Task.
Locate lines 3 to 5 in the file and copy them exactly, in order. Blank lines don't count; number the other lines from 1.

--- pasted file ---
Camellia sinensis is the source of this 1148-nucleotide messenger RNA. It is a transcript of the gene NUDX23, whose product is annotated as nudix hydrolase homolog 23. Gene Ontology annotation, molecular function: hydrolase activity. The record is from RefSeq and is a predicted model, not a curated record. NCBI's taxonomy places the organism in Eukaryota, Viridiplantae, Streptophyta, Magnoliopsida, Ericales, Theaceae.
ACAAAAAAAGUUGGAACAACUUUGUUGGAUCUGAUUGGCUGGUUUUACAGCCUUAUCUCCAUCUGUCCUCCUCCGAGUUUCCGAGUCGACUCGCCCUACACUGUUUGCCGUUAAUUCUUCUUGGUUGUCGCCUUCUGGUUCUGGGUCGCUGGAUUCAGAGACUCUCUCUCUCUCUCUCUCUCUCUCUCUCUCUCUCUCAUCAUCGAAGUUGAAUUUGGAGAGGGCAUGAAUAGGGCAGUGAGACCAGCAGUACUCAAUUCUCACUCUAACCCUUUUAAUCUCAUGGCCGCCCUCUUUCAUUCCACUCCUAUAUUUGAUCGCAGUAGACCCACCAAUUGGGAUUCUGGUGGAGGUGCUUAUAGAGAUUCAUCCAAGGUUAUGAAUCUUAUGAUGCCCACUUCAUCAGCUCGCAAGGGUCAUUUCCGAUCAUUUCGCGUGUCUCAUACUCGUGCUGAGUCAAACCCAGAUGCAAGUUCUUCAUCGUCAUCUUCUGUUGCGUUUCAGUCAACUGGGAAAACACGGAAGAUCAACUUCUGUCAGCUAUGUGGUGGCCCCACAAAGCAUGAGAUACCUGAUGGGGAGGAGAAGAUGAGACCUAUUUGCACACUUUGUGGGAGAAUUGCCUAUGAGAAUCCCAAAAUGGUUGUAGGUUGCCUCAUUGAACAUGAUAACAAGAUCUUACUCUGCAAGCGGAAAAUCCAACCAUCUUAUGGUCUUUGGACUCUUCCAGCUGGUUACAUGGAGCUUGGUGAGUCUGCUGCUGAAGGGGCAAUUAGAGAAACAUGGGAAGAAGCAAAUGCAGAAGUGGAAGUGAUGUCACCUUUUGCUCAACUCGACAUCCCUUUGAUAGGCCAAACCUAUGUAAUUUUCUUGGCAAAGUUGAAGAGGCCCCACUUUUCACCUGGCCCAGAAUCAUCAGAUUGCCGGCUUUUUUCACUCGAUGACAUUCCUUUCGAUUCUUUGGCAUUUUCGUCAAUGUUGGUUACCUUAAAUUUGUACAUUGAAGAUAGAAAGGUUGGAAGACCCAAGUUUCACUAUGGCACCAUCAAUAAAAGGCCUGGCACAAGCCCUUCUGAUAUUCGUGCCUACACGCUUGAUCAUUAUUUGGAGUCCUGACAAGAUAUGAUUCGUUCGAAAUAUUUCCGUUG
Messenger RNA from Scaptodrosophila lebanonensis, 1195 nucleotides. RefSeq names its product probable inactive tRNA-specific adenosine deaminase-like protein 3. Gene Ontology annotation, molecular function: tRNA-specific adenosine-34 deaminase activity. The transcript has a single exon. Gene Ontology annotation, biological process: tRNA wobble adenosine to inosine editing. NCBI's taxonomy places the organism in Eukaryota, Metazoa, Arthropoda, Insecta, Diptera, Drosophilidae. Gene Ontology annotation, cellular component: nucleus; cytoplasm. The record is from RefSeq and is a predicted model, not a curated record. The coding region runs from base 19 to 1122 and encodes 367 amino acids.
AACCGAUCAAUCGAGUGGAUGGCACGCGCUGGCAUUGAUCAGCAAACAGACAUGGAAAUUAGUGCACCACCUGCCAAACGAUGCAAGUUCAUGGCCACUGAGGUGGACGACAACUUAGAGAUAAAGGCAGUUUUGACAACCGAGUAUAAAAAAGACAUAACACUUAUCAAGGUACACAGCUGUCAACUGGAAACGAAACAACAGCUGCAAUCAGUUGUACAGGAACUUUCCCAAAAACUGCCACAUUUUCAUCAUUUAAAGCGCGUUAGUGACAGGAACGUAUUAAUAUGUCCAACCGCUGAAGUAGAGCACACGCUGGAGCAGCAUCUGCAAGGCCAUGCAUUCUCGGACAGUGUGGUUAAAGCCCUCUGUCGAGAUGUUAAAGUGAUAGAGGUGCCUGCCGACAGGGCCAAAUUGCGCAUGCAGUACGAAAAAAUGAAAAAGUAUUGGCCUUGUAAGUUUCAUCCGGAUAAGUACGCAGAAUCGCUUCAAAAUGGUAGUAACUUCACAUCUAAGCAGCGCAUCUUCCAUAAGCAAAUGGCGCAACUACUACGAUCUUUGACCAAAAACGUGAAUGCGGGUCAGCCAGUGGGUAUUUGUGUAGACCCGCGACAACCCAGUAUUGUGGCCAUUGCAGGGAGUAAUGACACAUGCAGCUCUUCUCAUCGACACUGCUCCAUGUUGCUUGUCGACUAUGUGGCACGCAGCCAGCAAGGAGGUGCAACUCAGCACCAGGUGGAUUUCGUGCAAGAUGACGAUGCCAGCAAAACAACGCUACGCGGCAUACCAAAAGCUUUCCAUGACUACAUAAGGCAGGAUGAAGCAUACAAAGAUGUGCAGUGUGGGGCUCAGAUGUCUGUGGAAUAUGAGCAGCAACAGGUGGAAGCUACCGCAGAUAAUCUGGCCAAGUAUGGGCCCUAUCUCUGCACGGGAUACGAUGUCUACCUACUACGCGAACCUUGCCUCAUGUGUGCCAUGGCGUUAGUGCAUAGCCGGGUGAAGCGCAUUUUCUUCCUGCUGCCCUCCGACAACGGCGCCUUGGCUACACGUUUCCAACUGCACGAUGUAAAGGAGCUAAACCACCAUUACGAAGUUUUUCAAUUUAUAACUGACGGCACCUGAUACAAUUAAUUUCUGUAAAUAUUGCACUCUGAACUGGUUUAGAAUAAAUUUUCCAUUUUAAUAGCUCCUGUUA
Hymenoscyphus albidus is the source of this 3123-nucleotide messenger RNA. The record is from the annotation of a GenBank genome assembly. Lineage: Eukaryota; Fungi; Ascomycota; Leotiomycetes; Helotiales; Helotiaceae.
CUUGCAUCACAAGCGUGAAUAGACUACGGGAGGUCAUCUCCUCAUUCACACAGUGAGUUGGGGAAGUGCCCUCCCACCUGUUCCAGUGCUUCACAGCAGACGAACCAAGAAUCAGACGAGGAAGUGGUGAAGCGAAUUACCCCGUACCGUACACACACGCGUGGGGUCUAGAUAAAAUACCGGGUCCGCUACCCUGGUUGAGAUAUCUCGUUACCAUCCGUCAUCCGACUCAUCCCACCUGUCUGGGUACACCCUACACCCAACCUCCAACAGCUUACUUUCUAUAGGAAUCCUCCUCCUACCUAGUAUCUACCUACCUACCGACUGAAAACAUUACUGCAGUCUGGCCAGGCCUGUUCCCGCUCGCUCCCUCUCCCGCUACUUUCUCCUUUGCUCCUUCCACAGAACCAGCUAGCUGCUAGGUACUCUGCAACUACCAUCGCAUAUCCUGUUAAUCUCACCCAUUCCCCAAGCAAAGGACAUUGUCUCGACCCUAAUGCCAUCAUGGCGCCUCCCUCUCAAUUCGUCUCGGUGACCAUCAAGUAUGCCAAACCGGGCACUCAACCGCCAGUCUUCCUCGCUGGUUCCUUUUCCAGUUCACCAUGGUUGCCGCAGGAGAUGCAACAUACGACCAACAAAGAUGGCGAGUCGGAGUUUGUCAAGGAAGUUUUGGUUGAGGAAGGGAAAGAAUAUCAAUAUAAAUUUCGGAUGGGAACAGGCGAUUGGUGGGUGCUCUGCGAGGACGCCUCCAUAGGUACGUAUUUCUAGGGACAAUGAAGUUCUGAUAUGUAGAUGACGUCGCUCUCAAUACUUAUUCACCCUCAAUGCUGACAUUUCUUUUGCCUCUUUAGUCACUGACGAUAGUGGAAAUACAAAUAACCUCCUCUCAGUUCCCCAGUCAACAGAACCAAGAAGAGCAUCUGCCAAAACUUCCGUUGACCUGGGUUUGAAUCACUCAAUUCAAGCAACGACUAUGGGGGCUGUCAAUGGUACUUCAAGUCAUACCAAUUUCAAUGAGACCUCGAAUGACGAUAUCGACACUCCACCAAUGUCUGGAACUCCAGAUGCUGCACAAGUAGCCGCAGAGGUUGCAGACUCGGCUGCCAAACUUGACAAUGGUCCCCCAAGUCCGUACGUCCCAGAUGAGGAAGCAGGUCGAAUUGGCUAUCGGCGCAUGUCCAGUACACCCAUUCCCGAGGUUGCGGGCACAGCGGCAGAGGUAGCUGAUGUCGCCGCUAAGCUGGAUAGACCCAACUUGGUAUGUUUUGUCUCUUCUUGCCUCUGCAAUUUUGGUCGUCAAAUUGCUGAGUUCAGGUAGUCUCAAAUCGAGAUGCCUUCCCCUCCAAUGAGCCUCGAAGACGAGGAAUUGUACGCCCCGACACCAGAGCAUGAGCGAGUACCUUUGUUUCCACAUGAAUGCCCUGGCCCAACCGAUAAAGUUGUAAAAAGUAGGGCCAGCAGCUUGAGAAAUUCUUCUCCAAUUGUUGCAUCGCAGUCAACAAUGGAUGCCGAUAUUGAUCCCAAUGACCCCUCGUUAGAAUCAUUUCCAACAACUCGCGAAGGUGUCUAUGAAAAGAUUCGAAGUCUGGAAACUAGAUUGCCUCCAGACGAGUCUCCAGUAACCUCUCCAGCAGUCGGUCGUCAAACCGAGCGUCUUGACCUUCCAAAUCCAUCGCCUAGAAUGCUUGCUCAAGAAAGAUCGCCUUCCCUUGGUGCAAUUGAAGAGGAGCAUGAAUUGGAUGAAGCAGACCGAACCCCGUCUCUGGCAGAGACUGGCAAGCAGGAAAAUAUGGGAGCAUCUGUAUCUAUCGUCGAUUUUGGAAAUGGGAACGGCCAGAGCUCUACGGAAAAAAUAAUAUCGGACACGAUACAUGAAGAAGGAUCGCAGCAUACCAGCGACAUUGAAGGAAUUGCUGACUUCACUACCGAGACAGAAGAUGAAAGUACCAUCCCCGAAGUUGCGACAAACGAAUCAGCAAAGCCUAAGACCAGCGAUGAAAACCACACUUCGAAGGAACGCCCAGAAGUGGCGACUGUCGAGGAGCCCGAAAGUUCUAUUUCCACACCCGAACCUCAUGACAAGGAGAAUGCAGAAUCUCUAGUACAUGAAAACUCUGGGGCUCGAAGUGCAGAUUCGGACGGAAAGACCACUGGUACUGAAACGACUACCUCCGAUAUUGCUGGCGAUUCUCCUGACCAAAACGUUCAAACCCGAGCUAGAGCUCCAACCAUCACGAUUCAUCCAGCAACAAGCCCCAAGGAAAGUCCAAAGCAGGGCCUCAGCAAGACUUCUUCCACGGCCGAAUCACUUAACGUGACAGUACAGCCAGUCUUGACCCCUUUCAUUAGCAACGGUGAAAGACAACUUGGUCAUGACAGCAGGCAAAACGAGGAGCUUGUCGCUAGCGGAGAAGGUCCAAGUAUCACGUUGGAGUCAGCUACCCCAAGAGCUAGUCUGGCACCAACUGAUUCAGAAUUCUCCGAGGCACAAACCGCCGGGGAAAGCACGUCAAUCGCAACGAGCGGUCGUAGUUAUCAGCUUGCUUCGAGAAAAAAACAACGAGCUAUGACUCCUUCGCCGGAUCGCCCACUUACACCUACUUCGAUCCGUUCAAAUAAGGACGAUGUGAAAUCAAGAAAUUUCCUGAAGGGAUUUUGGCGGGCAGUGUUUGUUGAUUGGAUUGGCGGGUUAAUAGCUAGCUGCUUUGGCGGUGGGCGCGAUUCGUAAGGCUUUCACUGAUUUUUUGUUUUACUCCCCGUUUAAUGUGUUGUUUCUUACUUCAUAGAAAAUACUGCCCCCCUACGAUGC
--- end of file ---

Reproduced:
Messenger RNA from Scaptodrosophila lebanonensis, 1195 nucleotides. RefSeq names its product probable inactive tRNA-specific adenosine deaminase-like protein 3. Gene Ontology annotation, molecular function: tRNA-specific adenosine-34 deaminase activity. The transcript has a single exon. Gene Ontology annotation, biological process: tRNA wobble adenosine to inosine editing. NCBI's taxonomy places the organism in Eukaryota, Metazoa, Arthropoda, Insecta, Diptera, Drosophilidae. Gene Ontology annotation, cellular component: nucleus; cytoplasm. The record is from RefSeq and is a predicted model, not a curated record. The coding region runs from base 19 to 1122 and encodes 367 amino acids.
AACCGAUCAAUCGAGUGGAUGGCACGCGCUGGCAUUGAUCAGCAAACAGACAUGGAAAUUAGUGCACCACCUGCCAAACGAUGCAAGUUCAUGGCCACUGAGGUGGACGACAACUUAGAGAUAAAGGCAGUUUUGACAACCGAGUAUAAAAAAGACAUAACACUUAUCAAGGUACACAGCUGUCAACUGGAAACGAAACAACAGCUGCAAUCAGUUGUACAGGAACUUUCCCAAAAACUGCCACAUUUUCAUCAUUUAAAGCGCGUUAGUGACAGGAACGUAUUAAUAUGUCCAACCGCUGAAGUAGAGCACACGCUGGAGCAGCAUCUGCAAGGCCAUGCAUUCUCGGACAGUGUGGUUAAAGCCCUCUGUCGAGAUGUUAAAGUGAUAGAGGUGCCUGCCGACAGGGCCAAAUUGCGCAUGCAGUACGAAAAAAUGAAAAAGUAUUGGCCUUGUAAGUUUCAUCCGGAUAAGUACGCAGAAUCGCUUCAAAAUGGUAGUAACUUCACAUCUAAGCAGCGCAUCUUCCAUAAGCAAAUGGCGCAACUACUACGAUCUUUGACCAAAAACGUGAAUGCGGGUCAGCCAGUGGGUAUUUGUGUAGACCCGCGACAACCCAGUAUUGUGGCCAUUGCAGGGAGUAAUGACACAUGCAGCUCUUCUCAUCGACACUGCUCCAUGUUGCUUGUCGACUAUGUGGCACGCAGCCAGCAAGGAGGUGCAACUCAGCACCAGGUGGAUUUCGUGCAAGAUGACGAUGCCAGCAAAACAACGCUACGCGGCAUACCAAAAGCUUUCCAUGACUACAUAAGGCAGGAUGAAGCAUACAAAGAUGUGCAGUGUGGGGCUCAGAUGUCUGUGGAAUAUGAGCAGCAACAGGUGGAAGCUACCGCAGAUAAUCUGGCCAAGUAUGGGCCCUAUCUCUGCACGGGAUACGAUGUCUACCUACUACGCGAACCUUGCCUCAUGUGUGCCAUGGCGUUAGUGCAUAGCCGGGUGAAGCGCAUUUUCUUCCUGCUGCCCUCCGACAACGGCGCCUUGGCUACACGUUUCCAACUGCACGAUGUAAAGGAGCUAAACCACCAUUACGAAGUUUUUCAAUUUAUAACUGACGGCACCUGAUACAAUUAAUUUCUGUAAAUAUUGCACUCUGAACUGGUUUAGAAUAAAUUUUCCAUUUUAAUAGCUCCUGUUA
Hymenoscyphus albidus is the source of this 3123-nucleotide messenger RNA. The record is from the annotation of a GenBank genome assembly. Lineage: Eukaryota; Fungi; Ascomycota; Leotiomycetes; Helotiales; Helotiaceae.